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Social Justice Advocacy

Social Justice Advocacy 

We believe that social justice advocacy must be fed by sustained acquisition of knowledge and experiences. We seek students who are intellectually curious about solutions to social justice issues. The need for theoretical grounding in dominant ideological perspectives and public and social policy is woven throughout the programmatic initiatives.The ability to situate and interrogate a social justice concern within a larger political and structural analysis is the operating framework for the Social Justice Program.

A lecture series in collaboration with the Women’s Research and Resources Center and the Ida B. Wells Distinguished Lecture and Performance Series has served as a cornerstone of the Program. The opportunity for members of the Social Justice community to engage with public social justice scholars including Kimberle Crenshaw, Anita Hill, Angela Davis, Deborah Roberts, Evelynn Hammonds, Alice Walker, Jelani Cobb and Carol Anderson, is a very special feature of the Program. Students read assigned work either written or recommended by the scholars and engage them in conversations.

In support of our goal to contribute to the intellectual development of students participating in the Social Justice Fellows Program, a Poverty and Social Justice course was created and offered as a curricular option to underpin the Social Justice Fellows Program. During the fall 2017 semester, an Aesthetics of Activism course was offered. Additionally, Social Justice Fellows have been encouraged to enroll in a number of existing courses to support their interests in social justice advocacy such as the following:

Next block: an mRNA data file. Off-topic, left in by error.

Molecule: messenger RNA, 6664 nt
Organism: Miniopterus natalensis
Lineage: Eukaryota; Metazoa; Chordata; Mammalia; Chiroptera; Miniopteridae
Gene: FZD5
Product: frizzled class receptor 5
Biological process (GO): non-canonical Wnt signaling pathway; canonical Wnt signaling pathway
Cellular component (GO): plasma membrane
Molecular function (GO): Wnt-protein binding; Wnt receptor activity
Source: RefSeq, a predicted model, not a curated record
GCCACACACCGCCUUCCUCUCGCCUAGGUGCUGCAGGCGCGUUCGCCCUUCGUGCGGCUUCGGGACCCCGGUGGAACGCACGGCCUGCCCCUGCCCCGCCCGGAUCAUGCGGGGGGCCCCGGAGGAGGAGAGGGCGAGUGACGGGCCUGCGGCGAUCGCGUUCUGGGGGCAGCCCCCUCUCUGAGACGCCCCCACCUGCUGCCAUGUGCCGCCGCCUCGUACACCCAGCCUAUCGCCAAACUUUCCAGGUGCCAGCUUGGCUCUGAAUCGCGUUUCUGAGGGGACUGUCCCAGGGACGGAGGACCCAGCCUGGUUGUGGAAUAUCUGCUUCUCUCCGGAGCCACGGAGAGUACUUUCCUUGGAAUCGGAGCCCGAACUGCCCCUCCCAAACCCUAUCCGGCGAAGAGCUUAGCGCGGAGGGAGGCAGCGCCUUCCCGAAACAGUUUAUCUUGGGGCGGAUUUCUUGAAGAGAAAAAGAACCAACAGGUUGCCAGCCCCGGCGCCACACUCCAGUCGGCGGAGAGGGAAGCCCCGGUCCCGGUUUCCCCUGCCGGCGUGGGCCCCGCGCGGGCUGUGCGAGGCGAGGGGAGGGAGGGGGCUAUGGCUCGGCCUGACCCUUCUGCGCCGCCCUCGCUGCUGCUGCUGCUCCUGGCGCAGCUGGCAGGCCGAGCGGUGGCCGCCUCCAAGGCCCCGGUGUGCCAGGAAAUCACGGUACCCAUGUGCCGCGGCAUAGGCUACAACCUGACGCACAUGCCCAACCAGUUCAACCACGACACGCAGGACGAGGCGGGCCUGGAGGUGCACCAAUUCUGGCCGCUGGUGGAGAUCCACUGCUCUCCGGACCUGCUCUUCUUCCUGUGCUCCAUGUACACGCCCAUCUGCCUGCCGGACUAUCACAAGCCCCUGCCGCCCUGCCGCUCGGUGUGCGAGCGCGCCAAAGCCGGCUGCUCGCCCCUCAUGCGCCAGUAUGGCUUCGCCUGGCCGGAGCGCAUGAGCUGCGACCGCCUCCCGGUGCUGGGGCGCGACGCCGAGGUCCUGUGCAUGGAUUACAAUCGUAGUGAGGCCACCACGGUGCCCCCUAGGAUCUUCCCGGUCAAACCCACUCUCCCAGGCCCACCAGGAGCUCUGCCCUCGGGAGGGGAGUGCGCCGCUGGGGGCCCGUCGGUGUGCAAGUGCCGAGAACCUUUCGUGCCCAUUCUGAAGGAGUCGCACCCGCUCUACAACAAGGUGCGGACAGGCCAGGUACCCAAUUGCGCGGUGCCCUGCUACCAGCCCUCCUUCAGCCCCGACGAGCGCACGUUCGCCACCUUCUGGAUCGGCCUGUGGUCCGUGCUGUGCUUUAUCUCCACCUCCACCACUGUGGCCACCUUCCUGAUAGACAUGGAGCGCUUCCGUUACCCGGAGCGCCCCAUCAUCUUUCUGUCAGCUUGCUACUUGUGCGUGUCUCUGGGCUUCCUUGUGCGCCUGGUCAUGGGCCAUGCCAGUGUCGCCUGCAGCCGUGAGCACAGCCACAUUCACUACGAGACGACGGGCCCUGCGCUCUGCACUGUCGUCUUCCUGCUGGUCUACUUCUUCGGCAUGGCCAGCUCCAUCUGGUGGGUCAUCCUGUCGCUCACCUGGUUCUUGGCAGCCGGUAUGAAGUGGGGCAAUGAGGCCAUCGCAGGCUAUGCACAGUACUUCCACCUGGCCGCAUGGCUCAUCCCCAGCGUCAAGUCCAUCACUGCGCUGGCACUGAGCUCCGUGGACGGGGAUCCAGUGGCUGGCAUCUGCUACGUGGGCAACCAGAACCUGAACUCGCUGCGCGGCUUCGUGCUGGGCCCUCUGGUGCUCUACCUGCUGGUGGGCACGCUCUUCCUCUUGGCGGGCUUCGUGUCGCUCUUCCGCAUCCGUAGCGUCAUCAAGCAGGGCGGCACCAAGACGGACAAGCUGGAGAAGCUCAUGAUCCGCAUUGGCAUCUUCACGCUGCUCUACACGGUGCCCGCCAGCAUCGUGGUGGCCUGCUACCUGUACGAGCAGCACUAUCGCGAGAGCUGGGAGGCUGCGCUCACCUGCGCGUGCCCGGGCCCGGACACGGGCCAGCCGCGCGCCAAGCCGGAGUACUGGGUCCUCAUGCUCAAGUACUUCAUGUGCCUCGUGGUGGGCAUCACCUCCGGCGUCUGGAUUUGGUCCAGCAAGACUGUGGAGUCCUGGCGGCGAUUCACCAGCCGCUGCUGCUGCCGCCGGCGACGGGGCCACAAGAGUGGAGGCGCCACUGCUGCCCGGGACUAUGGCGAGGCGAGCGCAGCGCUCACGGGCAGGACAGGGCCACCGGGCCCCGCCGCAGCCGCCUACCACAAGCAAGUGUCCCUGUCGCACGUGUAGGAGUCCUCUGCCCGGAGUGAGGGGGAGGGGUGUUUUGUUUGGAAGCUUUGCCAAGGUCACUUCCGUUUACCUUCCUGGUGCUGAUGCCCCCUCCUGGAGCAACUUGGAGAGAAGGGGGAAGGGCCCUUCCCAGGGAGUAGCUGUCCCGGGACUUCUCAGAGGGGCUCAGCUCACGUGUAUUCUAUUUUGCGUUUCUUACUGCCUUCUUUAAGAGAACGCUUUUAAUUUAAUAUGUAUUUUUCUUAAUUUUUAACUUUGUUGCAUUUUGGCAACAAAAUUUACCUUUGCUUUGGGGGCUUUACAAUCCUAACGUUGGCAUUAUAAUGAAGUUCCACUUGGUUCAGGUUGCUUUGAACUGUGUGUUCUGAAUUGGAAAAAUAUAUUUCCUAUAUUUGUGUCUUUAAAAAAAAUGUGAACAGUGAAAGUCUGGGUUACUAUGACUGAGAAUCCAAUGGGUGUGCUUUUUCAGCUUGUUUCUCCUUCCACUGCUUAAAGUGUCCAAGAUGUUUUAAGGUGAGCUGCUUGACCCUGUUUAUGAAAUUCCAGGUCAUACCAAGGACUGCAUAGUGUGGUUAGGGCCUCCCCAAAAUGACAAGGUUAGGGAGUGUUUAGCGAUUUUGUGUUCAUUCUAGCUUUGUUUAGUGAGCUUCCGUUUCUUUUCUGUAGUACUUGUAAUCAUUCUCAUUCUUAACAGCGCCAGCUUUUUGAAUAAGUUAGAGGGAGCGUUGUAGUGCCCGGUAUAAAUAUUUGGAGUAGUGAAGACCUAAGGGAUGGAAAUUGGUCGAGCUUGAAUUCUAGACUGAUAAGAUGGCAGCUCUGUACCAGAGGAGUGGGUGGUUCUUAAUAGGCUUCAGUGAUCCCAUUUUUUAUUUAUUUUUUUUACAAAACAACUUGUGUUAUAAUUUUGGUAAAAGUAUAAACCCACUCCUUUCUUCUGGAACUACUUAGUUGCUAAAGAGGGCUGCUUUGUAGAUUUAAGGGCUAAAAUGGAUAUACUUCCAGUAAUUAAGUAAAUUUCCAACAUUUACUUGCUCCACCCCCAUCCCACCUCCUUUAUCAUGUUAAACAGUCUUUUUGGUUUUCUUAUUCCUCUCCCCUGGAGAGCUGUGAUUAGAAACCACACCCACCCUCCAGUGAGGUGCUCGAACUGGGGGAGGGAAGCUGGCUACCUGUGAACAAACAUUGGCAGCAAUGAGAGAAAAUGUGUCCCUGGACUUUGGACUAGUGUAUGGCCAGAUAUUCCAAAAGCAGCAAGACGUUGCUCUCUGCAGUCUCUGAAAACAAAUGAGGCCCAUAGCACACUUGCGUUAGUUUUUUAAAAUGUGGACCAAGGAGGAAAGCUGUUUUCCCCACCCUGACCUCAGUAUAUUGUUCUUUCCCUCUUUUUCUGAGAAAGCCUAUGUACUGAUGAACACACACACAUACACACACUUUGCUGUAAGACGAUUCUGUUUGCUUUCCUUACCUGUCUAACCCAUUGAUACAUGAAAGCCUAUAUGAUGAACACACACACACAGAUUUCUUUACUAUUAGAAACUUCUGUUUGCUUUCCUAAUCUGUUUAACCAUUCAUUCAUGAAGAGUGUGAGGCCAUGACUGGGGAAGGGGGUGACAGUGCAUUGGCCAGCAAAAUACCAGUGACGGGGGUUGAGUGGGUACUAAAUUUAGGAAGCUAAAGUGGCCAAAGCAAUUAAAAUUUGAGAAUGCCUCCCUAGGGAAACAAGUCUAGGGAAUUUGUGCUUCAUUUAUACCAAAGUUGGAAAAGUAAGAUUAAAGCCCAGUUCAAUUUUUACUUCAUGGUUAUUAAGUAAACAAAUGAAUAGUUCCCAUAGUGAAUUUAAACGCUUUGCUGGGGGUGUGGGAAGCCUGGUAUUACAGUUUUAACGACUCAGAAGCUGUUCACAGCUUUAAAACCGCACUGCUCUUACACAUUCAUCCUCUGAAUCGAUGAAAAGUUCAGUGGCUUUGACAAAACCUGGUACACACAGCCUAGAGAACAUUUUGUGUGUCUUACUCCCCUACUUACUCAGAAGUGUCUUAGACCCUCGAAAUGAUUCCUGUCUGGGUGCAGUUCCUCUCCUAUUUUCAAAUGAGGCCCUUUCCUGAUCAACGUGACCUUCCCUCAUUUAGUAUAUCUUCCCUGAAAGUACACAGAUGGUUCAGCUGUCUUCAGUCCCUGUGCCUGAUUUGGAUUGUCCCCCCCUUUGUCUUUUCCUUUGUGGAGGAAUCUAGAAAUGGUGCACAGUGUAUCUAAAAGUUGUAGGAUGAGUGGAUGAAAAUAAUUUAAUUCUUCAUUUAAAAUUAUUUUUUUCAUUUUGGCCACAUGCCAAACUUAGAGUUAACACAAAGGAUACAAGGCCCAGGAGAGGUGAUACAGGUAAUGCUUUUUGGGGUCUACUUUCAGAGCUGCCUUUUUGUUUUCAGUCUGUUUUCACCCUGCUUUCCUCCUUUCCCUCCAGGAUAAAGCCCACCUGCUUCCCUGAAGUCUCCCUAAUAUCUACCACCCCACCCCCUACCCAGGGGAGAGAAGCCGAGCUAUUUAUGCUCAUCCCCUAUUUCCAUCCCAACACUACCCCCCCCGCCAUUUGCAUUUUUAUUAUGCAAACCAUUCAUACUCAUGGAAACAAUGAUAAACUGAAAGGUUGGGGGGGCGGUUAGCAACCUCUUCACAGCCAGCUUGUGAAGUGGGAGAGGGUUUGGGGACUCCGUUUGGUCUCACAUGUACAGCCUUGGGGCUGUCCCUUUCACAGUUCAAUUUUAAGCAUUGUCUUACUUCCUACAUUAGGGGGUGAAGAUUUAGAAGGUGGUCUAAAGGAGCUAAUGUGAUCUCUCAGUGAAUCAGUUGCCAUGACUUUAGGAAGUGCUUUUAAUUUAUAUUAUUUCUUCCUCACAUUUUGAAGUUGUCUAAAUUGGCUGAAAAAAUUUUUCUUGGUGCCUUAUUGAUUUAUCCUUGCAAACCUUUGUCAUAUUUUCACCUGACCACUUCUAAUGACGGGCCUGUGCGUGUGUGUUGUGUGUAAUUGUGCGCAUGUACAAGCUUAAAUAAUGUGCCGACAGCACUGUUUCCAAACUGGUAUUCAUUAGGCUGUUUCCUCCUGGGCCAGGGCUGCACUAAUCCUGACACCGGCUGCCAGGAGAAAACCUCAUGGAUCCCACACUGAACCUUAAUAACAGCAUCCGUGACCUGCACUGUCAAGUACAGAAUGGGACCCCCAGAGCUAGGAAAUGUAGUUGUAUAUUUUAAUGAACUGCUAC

• Violence Against Women
  • Women and Resistance Movements
  • The Sociology of Health
  • The Sociology of Law (Rituals of Citizenship theme)
  • Food Justice
  • Refugee Issues
  • Environmental Justice and Advocacy in Education

Additional course offerings are encouraged and are being planned.

In addition to completing social justice advocacy internship experiences, members of the Social Justice community have distinguished themselves as community leaders and organizers of a number of campus-wide social justice advocacy entrepreneurship activities. These include activities such as, but not limited to, the following:

  • A letter writing campaign in support of the work of the Children’s Defense Fund Cradle to Prison Project
  • A Syrian Refugee Relief project focusing on women and girls
  • A child trafficking awareness campaign
  • An elder justice advocacy forum
  • Sexual assault and violence against women and girls forums and speak-outs

Most recently, Social Justice Community members sponsored a campaign sending postcards to members of Congress, held a post-election debriefing, and are working on neighborhood revitalization and reclamation projects in response to gentrification projects surrounding the Atlanta University Center.